Mixing government and religion in Arizona???
State improperly targets abortion-rights advocate
She believes she was targeted through the false claim because of her work.
Mary Jo Pitzl, The Republic | azcentral.com 6:44 a.m. MST November 12, 2014
Acting on an anonymous tip that turned out to be faulty, state health authorities took the first steps in a process that could have resulted in the unannounced inspection of the home of the executive director of an abortion-rights group.
It took the intervention of the American Civil Liberties Union of Arizona to prompt the Arizona Department of Health Services to back off, because Kat Sabine's home did not meet the state's definition of a health-care facility. But the episode has raised questions about how the agency handles complaints and how it enforces health-care-licensing laws.
"We think it's important for a public agency to not be part and parcel of the harassment," ACLU senior counsel Dan Pochoda said, adding that the Sabine case had undertones of harassment.
Sabine, executive director of NARAL Pro-Choice Arizona, said she felt "bullied" by the request she received in September from the state.
She was the target of a complaint alleging she was providing services that should have her home classifiedas a health-care facility, which requires state licensing. If she were licensed as such, she could have been subject to the terms of a new state law that allows warrantless inspections of abortion clinics.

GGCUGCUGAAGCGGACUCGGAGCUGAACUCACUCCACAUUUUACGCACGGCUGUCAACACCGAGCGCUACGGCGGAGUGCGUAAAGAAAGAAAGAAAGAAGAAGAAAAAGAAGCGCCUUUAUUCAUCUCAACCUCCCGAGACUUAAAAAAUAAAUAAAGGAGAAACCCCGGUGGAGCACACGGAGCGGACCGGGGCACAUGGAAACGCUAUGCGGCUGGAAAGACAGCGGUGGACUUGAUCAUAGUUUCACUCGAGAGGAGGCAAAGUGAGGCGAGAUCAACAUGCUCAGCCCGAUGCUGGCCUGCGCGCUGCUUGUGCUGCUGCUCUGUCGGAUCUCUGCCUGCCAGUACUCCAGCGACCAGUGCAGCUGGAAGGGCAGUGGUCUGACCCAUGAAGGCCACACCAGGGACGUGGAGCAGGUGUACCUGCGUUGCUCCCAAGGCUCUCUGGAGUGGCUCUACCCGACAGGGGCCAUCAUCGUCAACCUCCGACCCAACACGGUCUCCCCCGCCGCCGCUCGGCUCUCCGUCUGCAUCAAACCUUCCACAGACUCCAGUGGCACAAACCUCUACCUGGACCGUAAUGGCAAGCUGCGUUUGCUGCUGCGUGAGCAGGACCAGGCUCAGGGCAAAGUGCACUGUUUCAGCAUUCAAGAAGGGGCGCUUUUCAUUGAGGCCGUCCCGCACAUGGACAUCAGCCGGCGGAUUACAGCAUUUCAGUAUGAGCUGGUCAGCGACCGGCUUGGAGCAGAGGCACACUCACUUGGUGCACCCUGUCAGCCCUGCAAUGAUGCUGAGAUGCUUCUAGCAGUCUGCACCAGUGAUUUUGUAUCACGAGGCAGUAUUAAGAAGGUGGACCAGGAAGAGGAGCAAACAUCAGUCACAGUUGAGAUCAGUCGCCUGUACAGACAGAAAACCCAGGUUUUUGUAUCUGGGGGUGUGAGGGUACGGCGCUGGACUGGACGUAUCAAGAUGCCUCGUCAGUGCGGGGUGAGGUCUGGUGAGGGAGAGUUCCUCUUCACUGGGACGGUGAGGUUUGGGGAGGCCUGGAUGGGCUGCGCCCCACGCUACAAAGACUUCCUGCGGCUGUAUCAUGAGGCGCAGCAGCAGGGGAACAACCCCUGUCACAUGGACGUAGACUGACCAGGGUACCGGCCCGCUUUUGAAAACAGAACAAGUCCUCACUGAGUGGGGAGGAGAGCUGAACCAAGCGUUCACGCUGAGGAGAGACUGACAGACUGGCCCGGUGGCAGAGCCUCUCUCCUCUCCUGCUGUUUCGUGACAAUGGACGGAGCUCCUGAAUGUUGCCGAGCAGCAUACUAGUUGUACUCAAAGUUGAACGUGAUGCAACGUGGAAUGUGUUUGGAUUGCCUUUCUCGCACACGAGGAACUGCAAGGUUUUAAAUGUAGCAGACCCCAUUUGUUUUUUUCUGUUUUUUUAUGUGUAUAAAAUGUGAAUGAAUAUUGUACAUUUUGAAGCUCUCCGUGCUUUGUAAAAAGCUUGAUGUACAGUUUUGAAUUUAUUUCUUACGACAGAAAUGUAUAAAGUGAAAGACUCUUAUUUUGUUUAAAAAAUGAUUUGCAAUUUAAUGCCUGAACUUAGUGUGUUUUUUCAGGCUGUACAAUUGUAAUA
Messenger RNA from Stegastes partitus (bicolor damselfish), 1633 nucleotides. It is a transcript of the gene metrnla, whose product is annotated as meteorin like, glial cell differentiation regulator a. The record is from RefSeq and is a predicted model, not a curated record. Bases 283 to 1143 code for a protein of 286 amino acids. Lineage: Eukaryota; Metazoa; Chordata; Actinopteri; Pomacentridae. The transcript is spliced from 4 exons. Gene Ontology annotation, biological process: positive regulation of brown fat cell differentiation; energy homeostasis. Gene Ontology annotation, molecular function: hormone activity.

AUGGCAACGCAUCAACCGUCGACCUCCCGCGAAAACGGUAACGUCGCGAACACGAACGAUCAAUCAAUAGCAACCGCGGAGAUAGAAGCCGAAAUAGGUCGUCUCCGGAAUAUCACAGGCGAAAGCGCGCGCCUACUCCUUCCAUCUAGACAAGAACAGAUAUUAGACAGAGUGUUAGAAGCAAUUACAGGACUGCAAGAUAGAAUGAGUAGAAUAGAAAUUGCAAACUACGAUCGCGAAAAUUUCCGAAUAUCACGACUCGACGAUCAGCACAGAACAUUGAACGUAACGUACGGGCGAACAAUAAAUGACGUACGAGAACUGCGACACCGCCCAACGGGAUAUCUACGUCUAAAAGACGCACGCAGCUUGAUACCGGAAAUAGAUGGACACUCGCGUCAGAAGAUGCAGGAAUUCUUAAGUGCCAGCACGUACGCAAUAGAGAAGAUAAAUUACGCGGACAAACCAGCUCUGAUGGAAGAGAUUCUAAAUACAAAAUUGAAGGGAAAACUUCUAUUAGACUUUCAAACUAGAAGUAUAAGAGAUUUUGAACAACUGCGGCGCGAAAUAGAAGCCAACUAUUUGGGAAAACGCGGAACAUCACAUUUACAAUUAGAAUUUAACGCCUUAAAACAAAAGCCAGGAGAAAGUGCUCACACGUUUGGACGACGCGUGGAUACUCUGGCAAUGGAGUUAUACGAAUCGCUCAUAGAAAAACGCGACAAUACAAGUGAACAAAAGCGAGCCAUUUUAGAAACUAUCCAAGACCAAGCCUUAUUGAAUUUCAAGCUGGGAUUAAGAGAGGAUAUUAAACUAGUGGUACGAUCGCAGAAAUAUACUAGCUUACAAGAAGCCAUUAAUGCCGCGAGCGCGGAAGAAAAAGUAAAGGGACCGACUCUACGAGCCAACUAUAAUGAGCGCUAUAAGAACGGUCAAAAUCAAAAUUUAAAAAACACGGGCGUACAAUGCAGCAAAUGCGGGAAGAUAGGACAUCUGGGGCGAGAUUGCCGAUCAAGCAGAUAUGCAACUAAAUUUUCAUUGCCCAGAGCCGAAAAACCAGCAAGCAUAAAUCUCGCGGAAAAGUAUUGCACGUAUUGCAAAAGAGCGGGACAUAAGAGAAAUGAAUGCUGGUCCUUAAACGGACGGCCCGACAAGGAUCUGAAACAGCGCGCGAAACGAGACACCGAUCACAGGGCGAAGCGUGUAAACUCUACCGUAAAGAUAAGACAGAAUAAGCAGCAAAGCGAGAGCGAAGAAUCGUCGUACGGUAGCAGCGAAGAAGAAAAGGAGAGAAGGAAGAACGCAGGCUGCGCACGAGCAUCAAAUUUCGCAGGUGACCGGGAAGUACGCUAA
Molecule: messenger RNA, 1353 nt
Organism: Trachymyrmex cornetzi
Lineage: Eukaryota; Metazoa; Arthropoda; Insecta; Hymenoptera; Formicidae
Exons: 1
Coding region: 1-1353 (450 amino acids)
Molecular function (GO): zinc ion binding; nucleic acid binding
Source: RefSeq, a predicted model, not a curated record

"I think I got swept up in this craze about inspecting abortion clinics," Sabine said, adding that NARAL is an advocacy group, not a health-care provider.
What troubled her was that the complaint directed state officials to her home. A simple check, such as via Google Maps, would have quickly confirmed the location was a residence, not a business, she said.
Even more troubling, Sabine said, is that when she told the health department the complaint was targeting her home, the agency persisted. The form the agency wanted her to complete listed exceptions. But even that list was problematic because it left off one of the categories — for advocacy groups, such as hers — allowed under state law.
It took an attorney's intervention to drop the matter, which took five weeks to resolve.
Sabine said that based on the agency's slow response, and the incomplete form, she has little confidence state health authorities will change the way they handle complaints.
"Somebody should put in place a procedure to be sure this doesn't happen again," Sabine said.
The agency issued a statement saying it had closed the investigation and saw no need for further action.
"It is a shame that someone would have used the complaint system to generate a false complaint," the agency's statement read. "The online complaint system is meant to make it easy for the public to quickly let the ADHS licensing division know of true violations of state laws and rules."
The ACLU is now seeking further information from the ADHS about complaints alleging that a particular site is a health-care facility and how the agency has handled those allegations.
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